Nevada Gov. Steve Sisolak on Tuesday signed a bill into law that decriminalizes most minor traffic offenses, classifying them instead as civil infractions.
The reclassification means that jail time would be off the table for a large swath of traffic offenses, such as minor speeding, violating an HOV lane restriction, making an illegal turn, not wearing a seat belt, or driving without a child safety seat.
When traffic offenses are considered criminal misdemeanors, a court could issue a warrant if the person does not appear in court or fails to pay their fine on time.
“The main purpose of this bill is to make sure we are not arresting, we are not incarcerating and we are not branding people as criminals for committing minor traffic violations, whether that’s Nevadans in our own state or tourists that are coming here,” Assemblywoman Rochelle Nguyen, D-Las Vegas, said while presenting the bill in a legislative committee Legislature.
The bill marked the fifth time lawmakers in Nevada had pushed some form legislation to reclassify minor traffic infractions in the last decade. This time, the bill faced little resistance in the Legislature and passed with only one “no” vote the Assembly and the Senate.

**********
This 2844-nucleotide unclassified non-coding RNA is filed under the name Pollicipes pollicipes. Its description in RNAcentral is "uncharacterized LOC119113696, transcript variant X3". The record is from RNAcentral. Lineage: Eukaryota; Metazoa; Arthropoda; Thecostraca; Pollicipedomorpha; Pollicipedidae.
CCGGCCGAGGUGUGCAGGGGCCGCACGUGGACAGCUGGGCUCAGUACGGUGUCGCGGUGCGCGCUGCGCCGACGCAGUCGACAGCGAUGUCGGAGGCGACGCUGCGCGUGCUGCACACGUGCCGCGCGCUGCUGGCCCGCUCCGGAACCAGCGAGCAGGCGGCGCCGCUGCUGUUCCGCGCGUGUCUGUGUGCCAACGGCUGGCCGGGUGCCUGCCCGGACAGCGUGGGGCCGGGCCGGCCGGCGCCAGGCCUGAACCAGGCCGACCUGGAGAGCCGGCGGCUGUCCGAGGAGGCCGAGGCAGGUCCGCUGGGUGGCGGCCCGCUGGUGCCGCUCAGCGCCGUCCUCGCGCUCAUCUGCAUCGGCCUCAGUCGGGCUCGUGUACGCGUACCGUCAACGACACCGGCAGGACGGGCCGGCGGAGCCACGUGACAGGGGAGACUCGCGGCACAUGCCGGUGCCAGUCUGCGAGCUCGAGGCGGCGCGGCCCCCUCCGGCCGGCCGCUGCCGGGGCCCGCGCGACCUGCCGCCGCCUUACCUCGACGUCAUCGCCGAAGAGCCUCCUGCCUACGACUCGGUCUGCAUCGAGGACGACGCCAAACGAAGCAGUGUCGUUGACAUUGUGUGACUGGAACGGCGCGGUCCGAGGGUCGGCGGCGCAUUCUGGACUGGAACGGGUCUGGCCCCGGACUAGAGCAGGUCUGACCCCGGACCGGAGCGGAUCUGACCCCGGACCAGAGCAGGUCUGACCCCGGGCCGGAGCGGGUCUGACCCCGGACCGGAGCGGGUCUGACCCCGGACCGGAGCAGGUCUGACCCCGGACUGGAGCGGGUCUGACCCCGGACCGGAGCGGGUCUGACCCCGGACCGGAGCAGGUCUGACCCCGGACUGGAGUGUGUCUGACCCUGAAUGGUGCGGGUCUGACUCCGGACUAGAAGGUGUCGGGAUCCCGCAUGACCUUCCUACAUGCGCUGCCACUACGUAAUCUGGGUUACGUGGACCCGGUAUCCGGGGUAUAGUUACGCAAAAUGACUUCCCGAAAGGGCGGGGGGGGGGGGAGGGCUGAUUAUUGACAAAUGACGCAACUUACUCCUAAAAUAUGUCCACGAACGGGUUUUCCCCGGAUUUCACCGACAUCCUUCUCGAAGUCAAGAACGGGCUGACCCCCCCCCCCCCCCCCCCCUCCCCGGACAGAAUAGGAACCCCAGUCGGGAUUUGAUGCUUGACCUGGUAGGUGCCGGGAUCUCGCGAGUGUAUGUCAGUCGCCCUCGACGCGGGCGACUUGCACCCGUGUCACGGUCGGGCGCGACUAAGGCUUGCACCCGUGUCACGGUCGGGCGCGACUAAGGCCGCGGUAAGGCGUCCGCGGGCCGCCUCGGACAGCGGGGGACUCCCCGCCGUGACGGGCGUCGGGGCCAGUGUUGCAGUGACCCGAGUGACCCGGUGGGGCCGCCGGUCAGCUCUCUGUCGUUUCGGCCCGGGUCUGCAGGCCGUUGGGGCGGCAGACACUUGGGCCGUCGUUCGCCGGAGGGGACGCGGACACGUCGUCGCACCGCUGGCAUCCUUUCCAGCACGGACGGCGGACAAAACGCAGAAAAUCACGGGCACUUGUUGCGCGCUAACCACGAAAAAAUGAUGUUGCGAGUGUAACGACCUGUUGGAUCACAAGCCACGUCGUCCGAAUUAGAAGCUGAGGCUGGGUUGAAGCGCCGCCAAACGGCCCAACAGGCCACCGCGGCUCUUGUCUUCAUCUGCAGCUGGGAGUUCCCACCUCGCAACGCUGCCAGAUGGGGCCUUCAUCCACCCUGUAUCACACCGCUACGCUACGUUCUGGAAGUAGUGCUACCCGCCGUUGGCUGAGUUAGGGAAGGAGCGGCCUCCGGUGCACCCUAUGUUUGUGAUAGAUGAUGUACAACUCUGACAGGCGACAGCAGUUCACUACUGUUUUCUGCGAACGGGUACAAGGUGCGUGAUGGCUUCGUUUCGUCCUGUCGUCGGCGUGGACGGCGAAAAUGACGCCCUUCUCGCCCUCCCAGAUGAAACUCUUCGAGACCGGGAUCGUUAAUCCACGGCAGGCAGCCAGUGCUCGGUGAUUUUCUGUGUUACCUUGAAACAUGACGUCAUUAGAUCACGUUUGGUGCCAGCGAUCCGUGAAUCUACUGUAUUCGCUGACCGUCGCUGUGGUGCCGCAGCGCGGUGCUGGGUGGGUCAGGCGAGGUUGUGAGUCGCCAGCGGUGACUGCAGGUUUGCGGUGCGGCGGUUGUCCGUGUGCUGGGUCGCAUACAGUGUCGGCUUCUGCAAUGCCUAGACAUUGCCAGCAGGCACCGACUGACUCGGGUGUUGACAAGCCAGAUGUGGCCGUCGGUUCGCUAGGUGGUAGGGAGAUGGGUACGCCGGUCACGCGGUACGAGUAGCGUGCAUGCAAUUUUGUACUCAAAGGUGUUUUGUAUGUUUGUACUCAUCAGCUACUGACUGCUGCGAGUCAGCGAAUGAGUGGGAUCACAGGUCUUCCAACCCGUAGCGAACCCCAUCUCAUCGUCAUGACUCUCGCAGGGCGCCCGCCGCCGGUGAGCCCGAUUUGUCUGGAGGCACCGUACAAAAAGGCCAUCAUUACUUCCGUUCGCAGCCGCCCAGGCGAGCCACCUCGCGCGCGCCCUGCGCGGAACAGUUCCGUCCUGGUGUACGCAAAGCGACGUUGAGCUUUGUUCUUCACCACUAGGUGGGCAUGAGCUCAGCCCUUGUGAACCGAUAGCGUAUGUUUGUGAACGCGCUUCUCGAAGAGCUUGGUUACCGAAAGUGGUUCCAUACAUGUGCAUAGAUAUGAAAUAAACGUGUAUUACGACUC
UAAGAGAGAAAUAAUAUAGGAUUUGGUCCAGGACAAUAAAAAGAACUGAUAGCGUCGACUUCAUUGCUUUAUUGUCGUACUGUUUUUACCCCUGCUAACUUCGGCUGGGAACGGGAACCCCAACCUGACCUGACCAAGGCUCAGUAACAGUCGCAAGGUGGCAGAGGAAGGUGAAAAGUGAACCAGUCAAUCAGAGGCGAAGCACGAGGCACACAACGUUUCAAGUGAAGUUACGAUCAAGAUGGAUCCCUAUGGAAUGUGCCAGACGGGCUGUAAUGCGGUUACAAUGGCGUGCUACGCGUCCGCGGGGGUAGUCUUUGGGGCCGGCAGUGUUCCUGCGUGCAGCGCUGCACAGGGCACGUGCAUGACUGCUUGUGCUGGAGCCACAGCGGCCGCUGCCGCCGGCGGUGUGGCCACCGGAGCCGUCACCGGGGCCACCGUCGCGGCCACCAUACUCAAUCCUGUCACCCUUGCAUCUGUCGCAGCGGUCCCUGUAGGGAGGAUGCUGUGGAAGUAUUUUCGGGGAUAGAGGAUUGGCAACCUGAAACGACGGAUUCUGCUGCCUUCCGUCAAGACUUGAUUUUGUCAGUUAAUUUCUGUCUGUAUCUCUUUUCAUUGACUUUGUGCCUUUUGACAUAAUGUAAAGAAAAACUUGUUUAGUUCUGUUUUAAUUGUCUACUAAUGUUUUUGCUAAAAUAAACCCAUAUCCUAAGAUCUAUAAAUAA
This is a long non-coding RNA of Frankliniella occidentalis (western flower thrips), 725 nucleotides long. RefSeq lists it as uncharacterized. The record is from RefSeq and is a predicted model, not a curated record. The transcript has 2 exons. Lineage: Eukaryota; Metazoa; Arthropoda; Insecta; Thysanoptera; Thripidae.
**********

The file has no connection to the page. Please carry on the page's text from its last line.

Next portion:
With the new law, Nevada joins 37 other states that have decriminalized minor traffic infractions.
“This really will make a huge difference,” Washoe County Deputy Public Defender Kendra Bertschy said last week after the bill cleared the final hurdle in the Legislature before heading to Sisolak’s desk.
By avoiding jail time for minor traffic offenses, Bertschy said, “they can maintain their employment, they don’t lose their housing, they don’t lose custody of their kids.”
“We’ve unfortunately seen how quickly a traffic ticket can lead into something so much bigger,” Bertschy added. “It really just becomes so all consuming where people are then thrust into the criminal justice system really needlessly.”
Sisolak on Tuesday also signed Senate Bill 219, which removes a court’s authority to suspend a person’s driver’s license or prevent them from applying for one based on an unpaid fine, administrative assessment or other type of fee.
Athar Haseebullah, executive director of the American Civil Liberties Union of Nevada, said Tuesday that the new laws will have a significant effect on Nevadans who are struggling financially.
“For community members who might not otherwise have means to pay for a traffic ticket, they have found themselves on the wrong end of the justice system primarily because of their financial situations,” he added.
The bills, Haseebullah said, “roll back the process of criminalizing financial hardship.”